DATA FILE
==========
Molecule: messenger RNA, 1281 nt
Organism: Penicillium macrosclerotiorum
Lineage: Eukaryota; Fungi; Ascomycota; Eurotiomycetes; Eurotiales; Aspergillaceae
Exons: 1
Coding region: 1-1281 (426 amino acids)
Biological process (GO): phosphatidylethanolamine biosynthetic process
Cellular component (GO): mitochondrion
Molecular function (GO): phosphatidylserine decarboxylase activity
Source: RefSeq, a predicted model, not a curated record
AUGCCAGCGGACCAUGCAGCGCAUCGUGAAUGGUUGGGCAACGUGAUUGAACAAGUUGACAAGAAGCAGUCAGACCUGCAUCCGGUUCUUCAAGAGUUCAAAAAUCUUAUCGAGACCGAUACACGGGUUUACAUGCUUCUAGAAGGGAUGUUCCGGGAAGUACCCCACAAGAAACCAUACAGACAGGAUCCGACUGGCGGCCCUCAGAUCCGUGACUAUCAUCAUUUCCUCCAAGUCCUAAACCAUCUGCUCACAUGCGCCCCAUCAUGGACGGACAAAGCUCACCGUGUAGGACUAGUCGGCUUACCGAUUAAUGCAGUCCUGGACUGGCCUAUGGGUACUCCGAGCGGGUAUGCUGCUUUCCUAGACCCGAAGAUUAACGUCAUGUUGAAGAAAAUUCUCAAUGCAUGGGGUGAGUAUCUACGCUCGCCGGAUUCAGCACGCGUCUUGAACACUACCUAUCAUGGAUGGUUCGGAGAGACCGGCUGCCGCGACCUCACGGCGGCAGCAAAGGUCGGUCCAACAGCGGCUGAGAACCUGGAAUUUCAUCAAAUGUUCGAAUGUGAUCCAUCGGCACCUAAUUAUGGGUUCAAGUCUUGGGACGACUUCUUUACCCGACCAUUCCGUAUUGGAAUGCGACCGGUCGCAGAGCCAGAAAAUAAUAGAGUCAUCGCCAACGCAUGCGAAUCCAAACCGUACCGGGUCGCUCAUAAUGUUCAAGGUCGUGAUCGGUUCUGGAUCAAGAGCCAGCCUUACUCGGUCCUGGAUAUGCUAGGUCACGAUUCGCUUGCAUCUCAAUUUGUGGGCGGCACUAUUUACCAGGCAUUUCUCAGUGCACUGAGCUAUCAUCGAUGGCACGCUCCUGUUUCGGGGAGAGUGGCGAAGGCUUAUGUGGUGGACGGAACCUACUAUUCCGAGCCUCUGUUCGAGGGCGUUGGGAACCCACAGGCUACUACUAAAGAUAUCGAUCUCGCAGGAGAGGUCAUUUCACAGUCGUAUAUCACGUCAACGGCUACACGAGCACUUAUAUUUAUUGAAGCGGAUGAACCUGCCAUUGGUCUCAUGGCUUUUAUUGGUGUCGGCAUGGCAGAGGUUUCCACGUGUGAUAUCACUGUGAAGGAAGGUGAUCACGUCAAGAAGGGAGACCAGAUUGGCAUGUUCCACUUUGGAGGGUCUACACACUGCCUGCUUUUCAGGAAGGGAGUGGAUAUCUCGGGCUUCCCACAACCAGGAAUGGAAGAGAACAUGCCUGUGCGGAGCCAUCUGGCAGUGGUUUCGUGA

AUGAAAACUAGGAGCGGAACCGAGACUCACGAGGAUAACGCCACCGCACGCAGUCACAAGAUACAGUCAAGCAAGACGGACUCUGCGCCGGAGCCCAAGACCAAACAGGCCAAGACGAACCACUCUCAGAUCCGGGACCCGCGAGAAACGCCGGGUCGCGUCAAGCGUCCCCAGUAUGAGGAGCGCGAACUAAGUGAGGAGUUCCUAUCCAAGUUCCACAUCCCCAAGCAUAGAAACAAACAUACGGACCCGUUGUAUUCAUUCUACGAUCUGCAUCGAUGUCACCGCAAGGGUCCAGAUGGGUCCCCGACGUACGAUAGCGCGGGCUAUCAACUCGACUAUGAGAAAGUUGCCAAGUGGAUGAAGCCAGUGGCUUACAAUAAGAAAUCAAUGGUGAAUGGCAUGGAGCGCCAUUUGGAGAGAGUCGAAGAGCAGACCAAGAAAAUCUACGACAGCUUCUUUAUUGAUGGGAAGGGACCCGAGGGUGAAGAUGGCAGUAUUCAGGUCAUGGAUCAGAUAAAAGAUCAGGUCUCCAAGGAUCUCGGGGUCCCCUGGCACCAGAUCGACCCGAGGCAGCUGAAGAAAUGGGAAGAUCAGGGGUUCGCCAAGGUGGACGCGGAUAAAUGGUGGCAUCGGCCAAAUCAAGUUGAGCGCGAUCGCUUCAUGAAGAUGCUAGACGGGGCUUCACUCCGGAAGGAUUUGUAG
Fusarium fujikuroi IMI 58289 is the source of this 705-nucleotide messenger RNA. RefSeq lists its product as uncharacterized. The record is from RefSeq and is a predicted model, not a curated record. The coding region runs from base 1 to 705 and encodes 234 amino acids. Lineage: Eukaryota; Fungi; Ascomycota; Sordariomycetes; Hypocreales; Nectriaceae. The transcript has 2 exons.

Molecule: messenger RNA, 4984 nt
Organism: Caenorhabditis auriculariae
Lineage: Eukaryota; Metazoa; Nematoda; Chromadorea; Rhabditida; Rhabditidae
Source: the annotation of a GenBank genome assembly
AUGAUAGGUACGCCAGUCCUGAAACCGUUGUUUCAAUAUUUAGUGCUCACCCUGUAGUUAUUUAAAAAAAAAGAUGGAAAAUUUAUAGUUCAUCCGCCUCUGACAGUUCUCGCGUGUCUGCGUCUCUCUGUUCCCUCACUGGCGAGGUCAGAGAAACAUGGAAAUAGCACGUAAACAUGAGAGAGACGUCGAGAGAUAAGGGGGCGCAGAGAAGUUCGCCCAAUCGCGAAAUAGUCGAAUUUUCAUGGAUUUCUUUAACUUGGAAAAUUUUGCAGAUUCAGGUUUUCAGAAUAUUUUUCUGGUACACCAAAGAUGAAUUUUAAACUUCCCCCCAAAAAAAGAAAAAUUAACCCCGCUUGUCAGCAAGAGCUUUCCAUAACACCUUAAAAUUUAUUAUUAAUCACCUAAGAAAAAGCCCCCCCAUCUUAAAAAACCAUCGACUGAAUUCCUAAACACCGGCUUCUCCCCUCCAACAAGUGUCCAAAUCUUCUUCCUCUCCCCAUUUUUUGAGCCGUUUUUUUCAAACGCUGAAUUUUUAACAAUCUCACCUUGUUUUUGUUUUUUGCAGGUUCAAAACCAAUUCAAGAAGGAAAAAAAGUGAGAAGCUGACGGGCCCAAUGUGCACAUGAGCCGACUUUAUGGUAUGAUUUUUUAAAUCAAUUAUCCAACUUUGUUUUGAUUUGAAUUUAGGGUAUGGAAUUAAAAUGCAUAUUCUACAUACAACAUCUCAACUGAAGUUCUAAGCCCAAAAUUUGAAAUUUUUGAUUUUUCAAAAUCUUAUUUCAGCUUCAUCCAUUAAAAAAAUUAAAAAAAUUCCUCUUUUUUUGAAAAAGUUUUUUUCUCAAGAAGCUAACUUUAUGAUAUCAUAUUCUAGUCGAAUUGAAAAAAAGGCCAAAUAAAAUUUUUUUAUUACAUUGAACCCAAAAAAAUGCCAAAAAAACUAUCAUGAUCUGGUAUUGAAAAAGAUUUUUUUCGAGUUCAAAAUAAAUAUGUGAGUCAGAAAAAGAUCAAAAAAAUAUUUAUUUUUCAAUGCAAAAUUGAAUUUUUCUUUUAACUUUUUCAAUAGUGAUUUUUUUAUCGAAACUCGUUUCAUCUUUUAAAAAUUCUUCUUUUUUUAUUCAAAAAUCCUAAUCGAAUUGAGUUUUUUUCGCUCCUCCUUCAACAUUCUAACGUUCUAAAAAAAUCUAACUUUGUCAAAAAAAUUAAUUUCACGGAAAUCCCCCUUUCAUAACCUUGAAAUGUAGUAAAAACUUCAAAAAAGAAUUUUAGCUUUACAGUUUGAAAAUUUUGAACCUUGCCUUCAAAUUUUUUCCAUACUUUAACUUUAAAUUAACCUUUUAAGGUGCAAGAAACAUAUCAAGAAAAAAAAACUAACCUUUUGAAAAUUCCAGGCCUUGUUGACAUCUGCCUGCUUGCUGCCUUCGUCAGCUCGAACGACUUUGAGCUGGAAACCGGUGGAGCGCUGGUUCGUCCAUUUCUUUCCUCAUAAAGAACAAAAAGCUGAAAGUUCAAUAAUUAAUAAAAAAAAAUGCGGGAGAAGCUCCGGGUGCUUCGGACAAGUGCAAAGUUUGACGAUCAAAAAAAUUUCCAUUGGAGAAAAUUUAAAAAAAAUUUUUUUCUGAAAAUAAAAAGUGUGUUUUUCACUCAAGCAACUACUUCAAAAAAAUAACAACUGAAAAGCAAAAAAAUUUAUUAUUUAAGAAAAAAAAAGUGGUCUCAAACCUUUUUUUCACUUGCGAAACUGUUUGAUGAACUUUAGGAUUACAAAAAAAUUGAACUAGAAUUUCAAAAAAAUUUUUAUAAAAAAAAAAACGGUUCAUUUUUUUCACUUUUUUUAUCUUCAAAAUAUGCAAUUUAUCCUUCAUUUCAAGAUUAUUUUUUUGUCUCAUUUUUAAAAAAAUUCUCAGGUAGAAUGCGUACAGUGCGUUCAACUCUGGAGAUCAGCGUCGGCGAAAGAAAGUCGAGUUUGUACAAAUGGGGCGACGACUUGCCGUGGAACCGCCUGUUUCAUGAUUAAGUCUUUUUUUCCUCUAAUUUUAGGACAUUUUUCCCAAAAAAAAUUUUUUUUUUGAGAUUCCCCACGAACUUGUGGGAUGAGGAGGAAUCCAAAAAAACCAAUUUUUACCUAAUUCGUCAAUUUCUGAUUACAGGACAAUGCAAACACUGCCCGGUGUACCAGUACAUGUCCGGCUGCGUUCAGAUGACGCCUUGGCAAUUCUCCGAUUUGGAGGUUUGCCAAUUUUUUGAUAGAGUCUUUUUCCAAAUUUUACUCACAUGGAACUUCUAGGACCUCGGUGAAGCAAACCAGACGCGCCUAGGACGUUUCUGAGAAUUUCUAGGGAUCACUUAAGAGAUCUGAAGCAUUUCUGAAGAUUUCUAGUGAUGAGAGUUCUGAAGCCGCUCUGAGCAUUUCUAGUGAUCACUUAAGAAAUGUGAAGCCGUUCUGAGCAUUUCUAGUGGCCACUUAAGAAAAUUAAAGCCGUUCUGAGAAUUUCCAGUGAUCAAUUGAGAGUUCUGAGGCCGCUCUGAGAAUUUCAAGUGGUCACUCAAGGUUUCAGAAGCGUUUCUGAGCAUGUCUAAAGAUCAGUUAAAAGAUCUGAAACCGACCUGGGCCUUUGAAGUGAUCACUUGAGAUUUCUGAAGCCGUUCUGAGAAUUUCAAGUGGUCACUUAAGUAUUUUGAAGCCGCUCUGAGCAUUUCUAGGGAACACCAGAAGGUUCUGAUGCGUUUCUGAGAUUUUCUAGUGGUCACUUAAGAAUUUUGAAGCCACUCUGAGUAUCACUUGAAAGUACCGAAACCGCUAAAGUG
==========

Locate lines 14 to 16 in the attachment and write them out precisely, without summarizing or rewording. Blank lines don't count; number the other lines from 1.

Organism: Caenorhabditis auriculariae
Lineage: Eukaryota; Metazoa; Nematoda; Chromadorea; Rhabditida; Rhabditidae
Source: the annotation of a GenBank genome assembly